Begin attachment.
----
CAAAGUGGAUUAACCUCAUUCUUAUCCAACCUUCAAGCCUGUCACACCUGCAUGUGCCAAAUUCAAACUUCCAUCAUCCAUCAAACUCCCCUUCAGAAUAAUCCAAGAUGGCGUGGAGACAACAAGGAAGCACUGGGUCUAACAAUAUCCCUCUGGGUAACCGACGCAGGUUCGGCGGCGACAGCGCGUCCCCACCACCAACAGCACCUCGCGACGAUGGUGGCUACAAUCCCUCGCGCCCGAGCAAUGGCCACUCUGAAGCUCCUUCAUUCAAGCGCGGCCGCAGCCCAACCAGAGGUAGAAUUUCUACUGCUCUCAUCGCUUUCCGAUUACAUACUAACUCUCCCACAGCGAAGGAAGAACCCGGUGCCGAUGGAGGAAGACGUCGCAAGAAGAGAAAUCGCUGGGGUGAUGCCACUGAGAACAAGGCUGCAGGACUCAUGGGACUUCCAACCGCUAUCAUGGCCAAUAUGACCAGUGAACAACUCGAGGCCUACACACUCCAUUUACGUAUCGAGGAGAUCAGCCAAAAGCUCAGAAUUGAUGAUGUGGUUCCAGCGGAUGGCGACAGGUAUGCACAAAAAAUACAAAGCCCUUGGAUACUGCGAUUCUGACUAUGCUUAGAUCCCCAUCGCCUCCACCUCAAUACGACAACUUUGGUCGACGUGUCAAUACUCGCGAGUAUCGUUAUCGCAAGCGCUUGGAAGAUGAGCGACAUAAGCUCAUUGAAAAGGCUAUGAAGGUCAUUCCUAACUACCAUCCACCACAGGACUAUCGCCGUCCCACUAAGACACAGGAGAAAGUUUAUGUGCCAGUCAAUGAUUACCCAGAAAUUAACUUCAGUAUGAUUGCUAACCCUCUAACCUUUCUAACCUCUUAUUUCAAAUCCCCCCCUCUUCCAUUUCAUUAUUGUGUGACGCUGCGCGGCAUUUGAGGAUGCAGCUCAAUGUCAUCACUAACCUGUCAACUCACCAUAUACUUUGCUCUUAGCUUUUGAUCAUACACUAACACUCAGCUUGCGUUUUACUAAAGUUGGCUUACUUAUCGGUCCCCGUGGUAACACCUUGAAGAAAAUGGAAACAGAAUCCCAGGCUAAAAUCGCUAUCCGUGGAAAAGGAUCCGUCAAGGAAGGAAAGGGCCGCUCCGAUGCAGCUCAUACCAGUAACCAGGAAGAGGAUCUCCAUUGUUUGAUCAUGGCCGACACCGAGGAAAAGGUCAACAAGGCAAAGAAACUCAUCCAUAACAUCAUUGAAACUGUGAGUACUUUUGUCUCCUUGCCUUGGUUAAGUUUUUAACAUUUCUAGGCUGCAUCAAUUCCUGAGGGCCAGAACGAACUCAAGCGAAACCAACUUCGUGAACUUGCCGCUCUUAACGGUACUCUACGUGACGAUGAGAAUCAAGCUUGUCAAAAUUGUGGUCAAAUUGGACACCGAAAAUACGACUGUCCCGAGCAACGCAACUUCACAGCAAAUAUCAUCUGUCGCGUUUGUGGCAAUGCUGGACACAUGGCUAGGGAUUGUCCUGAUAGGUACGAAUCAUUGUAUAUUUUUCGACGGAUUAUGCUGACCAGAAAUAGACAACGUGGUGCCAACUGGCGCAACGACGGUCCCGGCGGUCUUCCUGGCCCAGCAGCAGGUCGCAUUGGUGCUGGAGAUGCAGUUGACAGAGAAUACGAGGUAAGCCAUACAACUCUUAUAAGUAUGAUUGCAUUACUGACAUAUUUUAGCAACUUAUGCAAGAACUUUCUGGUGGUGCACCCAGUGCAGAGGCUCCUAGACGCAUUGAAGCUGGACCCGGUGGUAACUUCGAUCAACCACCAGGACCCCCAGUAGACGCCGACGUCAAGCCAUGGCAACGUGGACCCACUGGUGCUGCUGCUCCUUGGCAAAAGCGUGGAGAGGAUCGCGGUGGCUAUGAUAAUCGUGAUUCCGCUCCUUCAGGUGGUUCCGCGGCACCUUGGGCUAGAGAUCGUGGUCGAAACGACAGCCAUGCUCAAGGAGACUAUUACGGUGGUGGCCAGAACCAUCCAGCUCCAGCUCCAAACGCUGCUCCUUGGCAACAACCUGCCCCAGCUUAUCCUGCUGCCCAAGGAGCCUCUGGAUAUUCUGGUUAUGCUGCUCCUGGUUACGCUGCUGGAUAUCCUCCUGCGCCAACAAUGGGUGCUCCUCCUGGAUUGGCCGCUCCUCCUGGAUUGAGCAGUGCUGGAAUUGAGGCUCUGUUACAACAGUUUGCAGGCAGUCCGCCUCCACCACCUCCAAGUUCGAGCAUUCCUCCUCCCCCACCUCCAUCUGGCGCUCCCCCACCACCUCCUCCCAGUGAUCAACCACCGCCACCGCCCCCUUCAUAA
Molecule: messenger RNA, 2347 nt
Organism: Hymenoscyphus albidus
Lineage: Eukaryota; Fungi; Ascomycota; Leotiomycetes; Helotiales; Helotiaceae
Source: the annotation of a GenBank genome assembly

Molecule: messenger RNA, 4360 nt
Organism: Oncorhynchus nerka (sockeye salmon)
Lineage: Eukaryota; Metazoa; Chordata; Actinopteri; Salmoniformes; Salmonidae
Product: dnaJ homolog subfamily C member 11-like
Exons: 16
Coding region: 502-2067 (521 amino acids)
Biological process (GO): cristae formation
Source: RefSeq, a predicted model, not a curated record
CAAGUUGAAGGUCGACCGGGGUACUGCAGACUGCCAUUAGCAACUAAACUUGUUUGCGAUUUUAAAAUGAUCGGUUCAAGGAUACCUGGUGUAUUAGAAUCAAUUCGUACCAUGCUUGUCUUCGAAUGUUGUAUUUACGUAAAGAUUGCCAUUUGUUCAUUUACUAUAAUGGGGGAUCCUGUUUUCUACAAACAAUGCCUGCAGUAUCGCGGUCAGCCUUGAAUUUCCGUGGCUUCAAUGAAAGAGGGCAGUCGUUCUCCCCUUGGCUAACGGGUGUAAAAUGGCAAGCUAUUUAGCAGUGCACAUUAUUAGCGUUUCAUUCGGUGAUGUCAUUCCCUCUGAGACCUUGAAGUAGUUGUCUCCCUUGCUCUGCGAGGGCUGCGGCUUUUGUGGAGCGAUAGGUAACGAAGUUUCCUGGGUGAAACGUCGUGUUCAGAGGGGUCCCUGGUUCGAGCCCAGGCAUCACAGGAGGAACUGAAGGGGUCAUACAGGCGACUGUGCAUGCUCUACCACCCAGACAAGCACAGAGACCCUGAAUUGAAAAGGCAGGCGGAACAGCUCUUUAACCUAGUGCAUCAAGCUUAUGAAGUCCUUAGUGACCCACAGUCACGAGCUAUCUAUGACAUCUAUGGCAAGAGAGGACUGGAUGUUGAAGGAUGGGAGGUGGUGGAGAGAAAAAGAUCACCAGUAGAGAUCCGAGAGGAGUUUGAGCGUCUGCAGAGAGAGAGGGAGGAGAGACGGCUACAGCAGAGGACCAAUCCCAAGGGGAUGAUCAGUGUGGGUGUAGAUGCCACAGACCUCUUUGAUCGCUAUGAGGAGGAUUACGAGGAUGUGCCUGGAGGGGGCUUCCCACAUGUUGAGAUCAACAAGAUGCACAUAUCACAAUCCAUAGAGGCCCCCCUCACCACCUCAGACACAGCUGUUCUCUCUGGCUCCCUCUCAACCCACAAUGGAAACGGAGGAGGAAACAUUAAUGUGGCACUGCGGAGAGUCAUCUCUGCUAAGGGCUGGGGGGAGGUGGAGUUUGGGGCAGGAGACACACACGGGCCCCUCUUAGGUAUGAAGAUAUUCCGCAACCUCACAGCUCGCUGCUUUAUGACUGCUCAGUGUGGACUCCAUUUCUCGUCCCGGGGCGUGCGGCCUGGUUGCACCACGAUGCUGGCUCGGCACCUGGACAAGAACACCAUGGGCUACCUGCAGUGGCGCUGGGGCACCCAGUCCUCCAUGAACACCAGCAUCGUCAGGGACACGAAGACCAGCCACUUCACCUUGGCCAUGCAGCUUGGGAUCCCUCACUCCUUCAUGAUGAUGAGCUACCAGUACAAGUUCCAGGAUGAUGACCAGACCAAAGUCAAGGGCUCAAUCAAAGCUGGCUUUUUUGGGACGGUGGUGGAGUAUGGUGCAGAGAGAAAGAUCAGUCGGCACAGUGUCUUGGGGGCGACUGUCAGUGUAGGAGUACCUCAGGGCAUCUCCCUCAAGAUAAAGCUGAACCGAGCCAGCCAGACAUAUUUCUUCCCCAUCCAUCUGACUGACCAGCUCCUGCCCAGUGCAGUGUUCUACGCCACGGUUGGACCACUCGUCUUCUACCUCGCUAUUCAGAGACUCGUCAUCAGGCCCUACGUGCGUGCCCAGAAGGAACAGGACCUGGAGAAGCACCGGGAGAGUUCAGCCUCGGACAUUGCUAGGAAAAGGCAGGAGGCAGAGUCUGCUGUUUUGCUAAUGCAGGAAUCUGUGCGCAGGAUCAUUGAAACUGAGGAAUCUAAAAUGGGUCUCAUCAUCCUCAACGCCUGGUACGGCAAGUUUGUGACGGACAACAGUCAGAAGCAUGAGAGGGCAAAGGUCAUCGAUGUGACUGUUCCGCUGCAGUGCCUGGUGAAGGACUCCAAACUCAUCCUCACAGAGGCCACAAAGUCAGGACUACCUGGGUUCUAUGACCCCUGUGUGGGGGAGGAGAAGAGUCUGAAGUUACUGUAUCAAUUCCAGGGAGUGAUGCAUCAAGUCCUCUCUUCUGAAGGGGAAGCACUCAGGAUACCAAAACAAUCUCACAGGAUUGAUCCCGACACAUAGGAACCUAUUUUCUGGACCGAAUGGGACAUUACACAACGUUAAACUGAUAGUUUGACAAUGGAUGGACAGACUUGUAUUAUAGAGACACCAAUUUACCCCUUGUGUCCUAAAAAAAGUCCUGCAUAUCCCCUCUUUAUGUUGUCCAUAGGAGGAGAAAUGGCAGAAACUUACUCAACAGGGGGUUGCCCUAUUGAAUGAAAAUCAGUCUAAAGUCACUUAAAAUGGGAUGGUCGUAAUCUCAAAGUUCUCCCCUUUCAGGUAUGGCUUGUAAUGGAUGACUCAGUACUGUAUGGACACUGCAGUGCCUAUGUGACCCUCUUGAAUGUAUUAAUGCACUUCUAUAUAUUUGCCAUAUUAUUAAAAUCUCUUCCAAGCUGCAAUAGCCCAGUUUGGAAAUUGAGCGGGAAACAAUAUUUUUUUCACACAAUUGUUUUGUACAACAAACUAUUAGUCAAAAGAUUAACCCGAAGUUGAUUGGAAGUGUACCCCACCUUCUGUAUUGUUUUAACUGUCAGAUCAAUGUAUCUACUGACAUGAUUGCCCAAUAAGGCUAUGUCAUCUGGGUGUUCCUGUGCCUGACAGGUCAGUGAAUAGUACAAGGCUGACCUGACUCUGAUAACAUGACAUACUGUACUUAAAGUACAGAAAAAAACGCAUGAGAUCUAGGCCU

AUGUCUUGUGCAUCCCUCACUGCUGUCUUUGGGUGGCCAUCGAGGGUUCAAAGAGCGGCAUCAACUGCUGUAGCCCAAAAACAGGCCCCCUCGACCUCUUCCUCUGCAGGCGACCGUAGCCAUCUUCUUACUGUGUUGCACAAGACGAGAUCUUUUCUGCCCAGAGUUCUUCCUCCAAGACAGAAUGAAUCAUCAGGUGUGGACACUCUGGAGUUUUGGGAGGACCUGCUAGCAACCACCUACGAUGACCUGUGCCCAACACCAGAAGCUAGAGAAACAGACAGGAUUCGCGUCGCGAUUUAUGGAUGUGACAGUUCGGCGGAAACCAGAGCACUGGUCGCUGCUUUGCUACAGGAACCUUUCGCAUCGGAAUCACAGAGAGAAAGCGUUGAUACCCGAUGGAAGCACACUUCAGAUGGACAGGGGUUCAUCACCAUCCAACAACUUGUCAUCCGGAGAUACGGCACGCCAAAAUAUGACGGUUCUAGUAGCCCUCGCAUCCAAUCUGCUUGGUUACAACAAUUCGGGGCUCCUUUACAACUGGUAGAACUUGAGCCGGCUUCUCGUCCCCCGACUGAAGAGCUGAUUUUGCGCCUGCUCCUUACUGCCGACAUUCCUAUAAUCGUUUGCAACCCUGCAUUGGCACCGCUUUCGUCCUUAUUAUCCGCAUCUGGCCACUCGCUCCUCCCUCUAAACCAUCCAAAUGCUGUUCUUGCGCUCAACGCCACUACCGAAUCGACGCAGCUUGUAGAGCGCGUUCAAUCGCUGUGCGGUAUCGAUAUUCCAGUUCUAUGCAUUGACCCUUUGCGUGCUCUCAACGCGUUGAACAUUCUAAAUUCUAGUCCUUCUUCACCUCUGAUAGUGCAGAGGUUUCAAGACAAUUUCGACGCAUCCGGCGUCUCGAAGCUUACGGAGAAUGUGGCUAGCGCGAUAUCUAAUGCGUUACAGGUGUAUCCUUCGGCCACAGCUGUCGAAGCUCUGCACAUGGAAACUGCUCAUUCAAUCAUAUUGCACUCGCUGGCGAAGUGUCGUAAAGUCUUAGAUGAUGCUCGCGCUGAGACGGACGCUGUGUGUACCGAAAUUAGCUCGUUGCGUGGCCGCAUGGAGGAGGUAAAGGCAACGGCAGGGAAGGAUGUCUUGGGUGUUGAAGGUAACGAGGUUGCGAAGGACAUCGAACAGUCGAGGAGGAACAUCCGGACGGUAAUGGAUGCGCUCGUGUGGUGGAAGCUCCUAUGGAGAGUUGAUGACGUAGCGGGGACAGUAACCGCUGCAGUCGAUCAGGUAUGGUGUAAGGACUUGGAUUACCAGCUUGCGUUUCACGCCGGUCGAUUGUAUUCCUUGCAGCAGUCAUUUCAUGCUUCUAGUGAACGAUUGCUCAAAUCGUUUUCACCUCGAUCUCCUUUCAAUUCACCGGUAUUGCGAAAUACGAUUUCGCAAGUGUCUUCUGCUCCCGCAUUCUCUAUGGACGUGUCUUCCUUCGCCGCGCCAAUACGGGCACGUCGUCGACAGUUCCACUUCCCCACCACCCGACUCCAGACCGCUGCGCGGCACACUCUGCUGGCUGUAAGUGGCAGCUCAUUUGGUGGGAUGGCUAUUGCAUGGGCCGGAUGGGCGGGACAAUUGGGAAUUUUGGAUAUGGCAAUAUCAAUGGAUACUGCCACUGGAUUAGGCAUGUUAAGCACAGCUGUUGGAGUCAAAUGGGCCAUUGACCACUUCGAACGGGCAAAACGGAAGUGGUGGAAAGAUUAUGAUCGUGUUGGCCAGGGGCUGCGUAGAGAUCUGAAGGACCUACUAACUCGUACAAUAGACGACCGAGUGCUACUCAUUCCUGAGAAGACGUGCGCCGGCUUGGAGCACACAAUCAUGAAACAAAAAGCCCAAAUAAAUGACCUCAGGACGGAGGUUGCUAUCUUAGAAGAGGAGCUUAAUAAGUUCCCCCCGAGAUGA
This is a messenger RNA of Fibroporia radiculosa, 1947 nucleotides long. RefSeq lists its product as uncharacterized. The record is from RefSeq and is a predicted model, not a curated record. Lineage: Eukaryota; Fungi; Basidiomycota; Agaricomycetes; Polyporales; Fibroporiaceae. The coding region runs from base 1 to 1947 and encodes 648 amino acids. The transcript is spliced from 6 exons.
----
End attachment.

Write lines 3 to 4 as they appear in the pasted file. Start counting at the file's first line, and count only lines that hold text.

Organism: Hymenoscyphus albidus
Lineage: Eukaryota; Fungi; Ascomycota; Leotiomycetes; Helotiales; Helotiaceae